National Cancer Institute US government agency specializing in cancer research, treatment, and other cancer-related policies.
Neurons A nerve cell that communicates with other cells (often neurons) using electrical and chemical signals. A neuron contains a cell body, an axon, and many dendrites.
Neurotransmitters A chemical released from one neuron and binds to receptors on another (“chemical messenger”). Two major neurotransmitters include acetylcholine and dopamine.
Nicotine The highly addictive chemical found in tobacco products.
Nicotinic receptor A protein that binds both acetylcholine and nicotine to increase the electrical activity of neurons.
Nitrosamine A chemical compound found in tobacco products that are highly carcinogenic; two well known examples include NNK and NNN.
NNK A carcinogen found specifically in tobacco that belongs to a family of chemicals called nitrosamines. NNK is produced during the curing (or preservation) process of tobacco used in cigarettes, smokeless tobacco, and other products.
Nucleotides Building blocks of DNA. DNA is composed of strings of 4 nucleotides: adenine (A), thymine (T), guanine (G), and cytosine (C).
PET scan Technique used to visualize and measure blood flow, cellular activity, or receptor density in the brain.
Prefrontal cortex The frontal region of the brain involved in thinking, impulsive and compulsive behavior, and decision making. It is one of the last areas of the brain to develop.
p53 A protein that provides signals to the cell to undergo apoptosis (“suicide”) when it has mutations in its DNA. It is one of the major proteins that suppresses the formation of tumors.
Proteins A functional molecule formed by specific instructions contained within the DNA. There are approximately 30,000 different proteins made from DNA; each protein has a unique function in the body.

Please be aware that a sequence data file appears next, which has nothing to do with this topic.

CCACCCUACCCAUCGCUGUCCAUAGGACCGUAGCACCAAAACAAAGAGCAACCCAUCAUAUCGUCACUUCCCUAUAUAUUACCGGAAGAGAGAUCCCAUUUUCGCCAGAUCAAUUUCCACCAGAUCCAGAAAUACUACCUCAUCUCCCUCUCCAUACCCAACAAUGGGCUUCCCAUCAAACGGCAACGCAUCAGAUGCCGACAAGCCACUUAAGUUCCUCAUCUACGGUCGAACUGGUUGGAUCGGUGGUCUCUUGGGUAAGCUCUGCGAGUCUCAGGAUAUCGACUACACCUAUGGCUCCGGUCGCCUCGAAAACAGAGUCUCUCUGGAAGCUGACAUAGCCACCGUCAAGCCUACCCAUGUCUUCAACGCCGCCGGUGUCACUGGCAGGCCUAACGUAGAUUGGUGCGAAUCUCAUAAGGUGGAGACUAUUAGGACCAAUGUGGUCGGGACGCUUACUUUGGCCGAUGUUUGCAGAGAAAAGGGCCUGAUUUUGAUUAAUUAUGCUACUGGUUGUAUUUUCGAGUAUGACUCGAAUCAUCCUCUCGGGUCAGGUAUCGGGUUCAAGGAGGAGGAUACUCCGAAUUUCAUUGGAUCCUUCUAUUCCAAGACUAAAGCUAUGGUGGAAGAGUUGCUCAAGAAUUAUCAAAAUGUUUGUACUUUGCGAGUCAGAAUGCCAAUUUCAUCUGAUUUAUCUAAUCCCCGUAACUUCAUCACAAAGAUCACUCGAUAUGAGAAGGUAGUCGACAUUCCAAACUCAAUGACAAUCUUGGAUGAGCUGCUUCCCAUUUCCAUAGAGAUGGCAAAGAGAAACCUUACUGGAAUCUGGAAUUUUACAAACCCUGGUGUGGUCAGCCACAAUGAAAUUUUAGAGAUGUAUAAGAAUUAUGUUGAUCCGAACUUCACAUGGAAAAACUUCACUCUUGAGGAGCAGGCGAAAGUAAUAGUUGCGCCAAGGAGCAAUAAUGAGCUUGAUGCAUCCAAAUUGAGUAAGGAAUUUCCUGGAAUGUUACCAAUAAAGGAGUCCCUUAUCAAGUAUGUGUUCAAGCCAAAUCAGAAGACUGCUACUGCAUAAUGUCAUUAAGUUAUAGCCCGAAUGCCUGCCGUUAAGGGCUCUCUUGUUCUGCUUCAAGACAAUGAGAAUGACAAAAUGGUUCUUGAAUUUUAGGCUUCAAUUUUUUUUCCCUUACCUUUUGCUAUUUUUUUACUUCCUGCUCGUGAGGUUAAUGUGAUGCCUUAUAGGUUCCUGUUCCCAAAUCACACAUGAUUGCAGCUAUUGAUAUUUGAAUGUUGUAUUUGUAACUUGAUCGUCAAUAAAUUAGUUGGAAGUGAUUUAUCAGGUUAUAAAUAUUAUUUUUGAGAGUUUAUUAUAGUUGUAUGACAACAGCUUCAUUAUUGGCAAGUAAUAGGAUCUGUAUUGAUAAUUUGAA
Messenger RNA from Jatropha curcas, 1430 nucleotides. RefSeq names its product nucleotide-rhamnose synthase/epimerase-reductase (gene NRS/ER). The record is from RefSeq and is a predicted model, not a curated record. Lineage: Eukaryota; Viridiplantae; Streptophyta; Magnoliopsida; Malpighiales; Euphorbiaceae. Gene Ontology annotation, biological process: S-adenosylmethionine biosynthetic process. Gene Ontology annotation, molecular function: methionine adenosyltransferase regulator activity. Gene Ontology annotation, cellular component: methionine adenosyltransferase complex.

Receptors A protein to which hormones, neurotransmitters, and drugs bind. Receptors are usually located on cell membranes and elicit a function once bound.
Second-hand smoke Refers to the tobacco smoke inhaled by someone in close proximity to the smoker without actually smoking the tobacco product (cigarette, pipe, cigar, etc.)
Smokeless tobacco Tobacco, either shredded or ground that can be placed in the nose or mouth. Common forms include chewing tobacco, snus, and snuff. Slang names include rug, plug, chew, spit, and dip.
Snuff Finely ground tobacco leaves that can be either dry, moist, or come in small pouches. Also known as dipping or spit tobacco.
Snus A moist powdered tobacco that is packaged into small pouches, similar to tea bags and can be placed between the lip and gums to release nicotine without generating saliva juices.
Stroke The brain becomes deprived of oxygen and glucose, either because of a blockage in a brain blood vessel, or a ruptured blood vessel. A person with a stroke can lose some or all sensation and movement. High blood pressure and heart disease can lead to a stroke.
Synapses The connections between the two neurons; it is where all the communication between neurons happens.
Tar The mixture of toxic chemicals found in the cigarette smoke.
Tobacco lozenges Mint flavored lozenge containing compressed tobacco powder.
Tolerance Results when a person (or organism) requires a higher dose to get the same effect; or, the same dose no longer produces the same level of effect that was present initially.
Telomeres Small strands of DNA at the ends of the chromosomes that protect the DNA from damage during cell division. The telomeres shorten with each cell division, and if they become too short, the DNA is no longer protected.
Tumor Uncontrolled growth of cells that leads to the formation of a large mass of tissue.
Withdrawal Negative side effects felt by a habitual drug or tobacco user when the substance is no longer present in the body. Nicotine withdrawal symptoms include irritability, hand tremors, anxiousness, inability to sleep, and depressed mood.
World Health Organization A world-wide organization that is the leading authority in making health decisions that affect countries throughout the world.